When the stock markets correct there is a tendency to throw the baby out with the bathwater, and this summer has been no different. The correction caused by woes in the credit markets has been a boon for inter-dealer brokers such as Tullett Prebon, and the phones have been ringing off the hook – as proved by record trading volumes in June, July and August.
Tullett shares trade on an undemanding forward multiple of 12.5 times forecast 2008 earnings, a significant discount to its nearest UK peer, ICAP. This is a quality business and a good hedge against weaker markets – which every portfolio should have. Buy.
Haike is a speciality chemicals and petrochemicals groups based in Shandong province in northern China. The company makes light fuel oil, chemical light oil and liquefied gas for sale within the Chinese market.
House broker Hanson Westinghouse believes that Haike is on course to deliver full-year results of $17.5m of pre-tax profit, generating 15.1p of per share earnings. That puts the stock on a multiple of just 8.8 times, falling to under five times forecast 2008 earnings. It is worth repeating the risk involved here. This stock is only for investors who can afford to take huge risk with their money – but if Haike gets the rub of the green and hits its full-year forecasts the shares will begin to look ludicrously cheap. A very risky buy.
The use of electronic appliances is fuelling a boom in demand for power, but many countries do not have the infrastructure capable of matching supply with demand. That is where Aggreko steps in, by providing temporary power, and the stellar returns shareholders have enjoyed over the past few years look set to continue after another forecast-busting set of first-half results.
Aggreko is in excellent shape, and although the shares are not cheap, trading on almost 19.5 times forecast 2008 earnings, that number is bound to come down as analysts upgrade their estimates. Given the strength of these results, at least 10 per cent should be added to forecasts. Buy.
Dignity is the UK's only quoted funeral services provider, and its shares have shown plenty of life over the past three years – up 220 per cent since listing in April 2004. Despite another encouraging set of numbers this week, investors must be wondering if the stock, once billed as a utility with growth, is now just a utility. Growth is slowing, and the company has acquired another 21 locations in the first half, which will result in a significantly higher capital spend of £16.5m.
The shares now trade on more than 20 times forecast 2008 earnings. There is still much promise in this business, and unless the elixir of life is discovered any time soon, its earnings look as defensive as it is possible to get. But 20 times earnings is a rich valuation on the back of these numbers and taking into account the £275m of debt on the balance sheet. Hold.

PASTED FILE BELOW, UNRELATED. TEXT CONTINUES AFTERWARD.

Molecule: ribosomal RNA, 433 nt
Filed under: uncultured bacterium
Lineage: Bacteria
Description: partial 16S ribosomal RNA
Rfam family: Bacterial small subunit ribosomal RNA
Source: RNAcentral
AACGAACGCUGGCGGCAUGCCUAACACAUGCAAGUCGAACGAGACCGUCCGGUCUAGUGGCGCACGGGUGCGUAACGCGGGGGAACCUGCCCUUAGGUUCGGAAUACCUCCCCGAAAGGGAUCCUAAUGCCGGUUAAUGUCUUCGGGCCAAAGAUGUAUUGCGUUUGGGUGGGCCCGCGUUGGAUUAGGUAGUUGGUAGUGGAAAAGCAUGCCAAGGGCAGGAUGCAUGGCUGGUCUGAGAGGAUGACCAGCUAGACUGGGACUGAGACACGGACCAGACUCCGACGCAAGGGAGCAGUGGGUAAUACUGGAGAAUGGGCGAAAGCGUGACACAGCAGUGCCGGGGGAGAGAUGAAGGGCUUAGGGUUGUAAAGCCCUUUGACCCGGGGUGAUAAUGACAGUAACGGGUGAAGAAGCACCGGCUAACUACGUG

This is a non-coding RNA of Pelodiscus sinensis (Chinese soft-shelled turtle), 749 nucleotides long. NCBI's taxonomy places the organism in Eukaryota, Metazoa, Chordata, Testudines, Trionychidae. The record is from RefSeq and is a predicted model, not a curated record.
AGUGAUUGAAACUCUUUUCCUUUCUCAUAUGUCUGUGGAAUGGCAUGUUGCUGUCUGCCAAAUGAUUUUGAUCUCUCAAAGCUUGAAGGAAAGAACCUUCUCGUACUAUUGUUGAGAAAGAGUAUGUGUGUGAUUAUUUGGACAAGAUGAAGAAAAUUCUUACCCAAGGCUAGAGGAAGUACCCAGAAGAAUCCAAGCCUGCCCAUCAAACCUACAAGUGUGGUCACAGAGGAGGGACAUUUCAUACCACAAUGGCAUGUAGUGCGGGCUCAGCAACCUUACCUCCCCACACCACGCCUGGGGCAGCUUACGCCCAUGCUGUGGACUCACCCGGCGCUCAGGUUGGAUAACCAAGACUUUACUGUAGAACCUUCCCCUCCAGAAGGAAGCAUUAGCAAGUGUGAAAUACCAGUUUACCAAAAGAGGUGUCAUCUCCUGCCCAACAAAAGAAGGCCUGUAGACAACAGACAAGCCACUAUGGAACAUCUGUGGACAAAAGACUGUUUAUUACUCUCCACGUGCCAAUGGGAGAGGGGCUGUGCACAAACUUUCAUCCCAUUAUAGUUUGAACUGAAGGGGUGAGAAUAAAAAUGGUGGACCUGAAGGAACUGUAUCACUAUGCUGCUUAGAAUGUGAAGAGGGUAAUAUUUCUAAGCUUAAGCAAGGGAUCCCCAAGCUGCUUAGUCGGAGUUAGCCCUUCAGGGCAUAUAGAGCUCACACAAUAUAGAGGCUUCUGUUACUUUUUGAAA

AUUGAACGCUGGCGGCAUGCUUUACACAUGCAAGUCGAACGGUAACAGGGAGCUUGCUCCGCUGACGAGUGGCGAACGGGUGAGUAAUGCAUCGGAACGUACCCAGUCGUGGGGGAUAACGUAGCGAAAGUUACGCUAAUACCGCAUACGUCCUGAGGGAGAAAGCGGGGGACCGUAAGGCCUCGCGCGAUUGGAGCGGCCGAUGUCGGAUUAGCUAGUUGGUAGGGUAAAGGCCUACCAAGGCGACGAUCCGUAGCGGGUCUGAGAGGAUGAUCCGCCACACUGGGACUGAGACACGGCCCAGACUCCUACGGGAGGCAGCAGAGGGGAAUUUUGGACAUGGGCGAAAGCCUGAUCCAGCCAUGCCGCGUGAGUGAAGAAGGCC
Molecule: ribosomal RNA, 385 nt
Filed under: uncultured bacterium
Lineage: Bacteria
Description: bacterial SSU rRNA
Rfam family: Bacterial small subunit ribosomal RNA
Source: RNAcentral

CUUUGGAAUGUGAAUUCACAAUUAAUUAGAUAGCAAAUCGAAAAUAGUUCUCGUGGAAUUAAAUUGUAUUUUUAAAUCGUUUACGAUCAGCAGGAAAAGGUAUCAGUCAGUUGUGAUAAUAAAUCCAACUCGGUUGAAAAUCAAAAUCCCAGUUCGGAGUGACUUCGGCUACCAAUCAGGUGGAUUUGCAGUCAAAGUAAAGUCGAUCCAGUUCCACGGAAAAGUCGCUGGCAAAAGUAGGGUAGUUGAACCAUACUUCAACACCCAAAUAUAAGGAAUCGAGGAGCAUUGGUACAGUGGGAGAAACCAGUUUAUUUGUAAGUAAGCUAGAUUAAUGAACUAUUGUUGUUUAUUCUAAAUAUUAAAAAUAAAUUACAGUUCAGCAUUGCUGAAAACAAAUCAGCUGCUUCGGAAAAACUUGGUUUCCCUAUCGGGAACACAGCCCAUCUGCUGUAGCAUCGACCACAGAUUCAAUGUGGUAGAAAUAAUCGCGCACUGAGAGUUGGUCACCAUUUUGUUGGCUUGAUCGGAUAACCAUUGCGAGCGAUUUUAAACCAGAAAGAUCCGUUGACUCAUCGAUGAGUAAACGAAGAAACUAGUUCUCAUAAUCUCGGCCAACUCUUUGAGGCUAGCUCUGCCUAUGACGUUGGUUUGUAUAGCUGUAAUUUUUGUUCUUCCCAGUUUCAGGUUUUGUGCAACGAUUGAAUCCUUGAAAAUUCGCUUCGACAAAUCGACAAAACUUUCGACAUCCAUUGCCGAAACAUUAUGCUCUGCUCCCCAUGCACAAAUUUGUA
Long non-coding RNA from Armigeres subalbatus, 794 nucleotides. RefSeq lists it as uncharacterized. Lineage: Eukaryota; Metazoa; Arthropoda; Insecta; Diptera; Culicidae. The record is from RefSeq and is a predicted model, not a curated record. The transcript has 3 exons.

Coda's company's Executive Share Ownership Plan was due to unwind in December, which would have resulted in 4.3 million shares – 6 per cent of its issued share capital – being released on to the market. Instead, Coda has decided to roll over the plan, alleviating those concerns.
Coda – which develops financial accounting software – has made progress with Neon, the new version of its financials product. Many of the company's clients have started testing the product, and Coda has signed up Avis Europe as a new client. With sales up 8 per cent and net cash very strong during the first half, the only concern for investors looking at Coda is the valuation. It sits on a valuation of around 17.5 times, which is at a premium to its peer group. Yet with upside to around 200p, or 219p on some estimates, Coda looks a good bet for investors. Buy.
Bovis looks safe as houses, but the market's not excited
Running a publicly quoted house-builder must be a bit depressing – no matter how buoyant the market, or how much consolidation goes on, or how often forecasts are met, the sector is still valued at multiples that assume disaster is never far away.
First-half results from Bovis Homes this week were again at the top end of forecasts, with pre-tax profits 10 per cent better than in the same period of 2006, at £58.4m, on a 3.8 per cent jump in revenue to £259.9m. Volume of home sales for the first six months was marginally lower, offset by a higher average sale price.
That said, Bovis doesn't have the right exposure to set the pulse racing. It does not operate in London or the South-east, where house-price inflation has been highest. It does build luxury homes, but it concentrates its business in the smaller, starter-home market. Its average selling price rose, but at £189,600 it is the lower end of the market, potentially most at threat from higher interest rates and the credit crunch.
The shares are supported by a 5.4 per cent dividend yield and for low risk income-seekers the stock looks worth backing. But sector consolidation could slow, and even at 8.4 times forecast 2008 earnings, the chances of the market re-rating the stock any time soon look slim. If you're already in, the stock is worth hanging on to. The balance sheet is solid, with £108m of cash and almost no debt, but at this stage in the cycle there look to be few catalysts to boost the shares. Hold.